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Crazy vs Calm

So that’s what I’ve been doing for the last six months. I’ve been spending a huge amount of time and energy focusing on all the CHANGES our family is facing – the biggest being Anna heading off to college. I’ve been picturing a painfully quiet house and the three of us non-college-bound Torreys spending all of our time just counting days between Anna visits.

My gephyrophobia (fear of bridges) was an unwelcome result of my growing anxiety. The good news is that it did encourage me to seek some outside help – books, meditation and a wonderful therapist who’s helped me more calmly face the CHANGES that are approaching and stop referring to myself using words like pathetic, weak, broken and nuts. A few weeks ago, I realized I was no longer waking up in the middle of the night or crying out of nowhere or not being able to cross a bridge without having a nervous breakdown.

Huge relief.

We’re now six weeks away from Anna heading off to college. We’ve gotten through prom and graduation and even Beach Week (Anna and her pals at the beach with nothing but their phones linking them to their parents — THAT was not an easy thing for this parent). Anna and I have been busy choosing first semester classes and important things like duvet covers and under-bed storage. Every time we start a new project I take a deep breath and remind myself that this is a big step, but Anna is ready. We are all ready.

I’ve got to say – there hasn’t been nearly the amount of tears that I had expected. I think Anna was even a little surprised that I managed an entire trip to Bed and Bath without so much as a quiet, “Please don’t goooooooooo!”

I know It’s going to be hard. Getting back into the car next month after dropping off Anna, with just our beautiful boy in the backseat, is going to feel strange. I’m sure I will go through my share of tissues for a while, but when I think about drop off now, mostly I’m so darn excited for our girl as she marches towards her dreams.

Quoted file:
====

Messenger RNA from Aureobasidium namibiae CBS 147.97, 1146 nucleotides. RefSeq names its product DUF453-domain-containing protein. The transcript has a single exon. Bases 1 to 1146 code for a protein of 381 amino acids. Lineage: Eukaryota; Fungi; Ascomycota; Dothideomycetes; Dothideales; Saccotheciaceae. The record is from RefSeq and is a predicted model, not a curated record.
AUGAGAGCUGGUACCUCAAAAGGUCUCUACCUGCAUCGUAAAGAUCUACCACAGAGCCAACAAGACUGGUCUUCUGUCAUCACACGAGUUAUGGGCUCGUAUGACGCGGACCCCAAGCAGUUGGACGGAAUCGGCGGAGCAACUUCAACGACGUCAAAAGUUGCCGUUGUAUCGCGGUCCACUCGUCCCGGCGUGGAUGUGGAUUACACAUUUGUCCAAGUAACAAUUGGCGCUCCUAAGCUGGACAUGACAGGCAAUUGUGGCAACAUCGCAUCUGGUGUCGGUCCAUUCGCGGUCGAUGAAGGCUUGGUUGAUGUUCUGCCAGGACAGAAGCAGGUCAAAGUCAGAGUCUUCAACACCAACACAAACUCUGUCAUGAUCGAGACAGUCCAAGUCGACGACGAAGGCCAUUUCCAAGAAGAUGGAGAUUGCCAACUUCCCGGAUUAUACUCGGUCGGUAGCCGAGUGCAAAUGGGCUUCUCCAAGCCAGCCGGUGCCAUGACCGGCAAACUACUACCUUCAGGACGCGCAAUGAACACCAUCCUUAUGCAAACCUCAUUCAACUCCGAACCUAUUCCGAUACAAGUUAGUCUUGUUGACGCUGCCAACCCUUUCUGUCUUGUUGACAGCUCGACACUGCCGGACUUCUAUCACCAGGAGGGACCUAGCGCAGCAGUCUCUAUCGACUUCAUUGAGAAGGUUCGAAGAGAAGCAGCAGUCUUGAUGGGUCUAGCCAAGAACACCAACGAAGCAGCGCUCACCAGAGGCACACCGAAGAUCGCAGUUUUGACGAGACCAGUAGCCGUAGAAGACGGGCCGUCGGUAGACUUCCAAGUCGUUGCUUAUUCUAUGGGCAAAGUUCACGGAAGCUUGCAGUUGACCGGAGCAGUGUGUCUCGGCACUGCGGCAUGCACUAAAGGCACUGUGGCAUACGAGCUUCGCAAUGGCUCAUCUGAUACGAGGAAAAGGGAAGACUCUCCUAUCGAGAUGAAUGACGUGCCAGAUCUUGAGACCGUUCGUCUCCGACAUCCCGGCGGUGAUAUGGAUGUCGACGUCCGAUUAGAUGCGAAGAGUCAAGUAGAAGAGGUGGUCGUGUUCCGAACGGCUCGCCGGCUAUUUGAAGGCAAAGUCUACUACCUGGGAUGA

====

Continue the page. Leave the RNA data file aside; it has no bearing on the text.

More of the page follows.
Now that I feel better, my focus is on Dan. I’m grateful that he doesn’t share my approach to facing CHANGE. I can’t imagine what it would be like if the two of us were freaking out for the last six months, but I hope he’s ready for all this. Is he prepared for his Jeopardy partner to be 200 miles away? Is he okay with watching sports with Jack and I barley pretending to be interested? What’s he going to do without live-in tech support?

Here I go. NOW I have something else to worry about. Dan. And then there is Jack . . .
My therapist will be happy to know she still has a loyal client.

Love, Jess

welcome to the world beautiful boy!

I was seven when my younger brother Phil was born. It was before the days that hospitals allowed siblings to visit the maternity ward, so the first time I met my brother was when my mother walked into the house, holding him wrapped up like the most magical present I’d ever seen. My very own living doll.

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I loved having a little brother who I could dress up and cuddle, but as we got older the seven years between us meant that we were always at different stages. When I was in high school, Phil was the nosy kid who always seemed to ruin the fun. And when he was busy enjoying his own high school angst, I was the older sister acting like a lame extra parent. Phil was still in college when I got married and barely out when Dan and I started a family. He was living the single life, as a creative sole, when I was busy raising kids and then dealing with our ALD journey/nightmare. I think Phil and I both spent much of the last twenty years loving each other, but not really getting each other.

Last week, that baby that I held 41 years ago welcomed his own baby into the world, Carlos Michael Cappello. Not only am I thrilled to have another baby in the family, but when I watched my brother hold his son, I realized that for the first time in a long time, our paths are overlapping.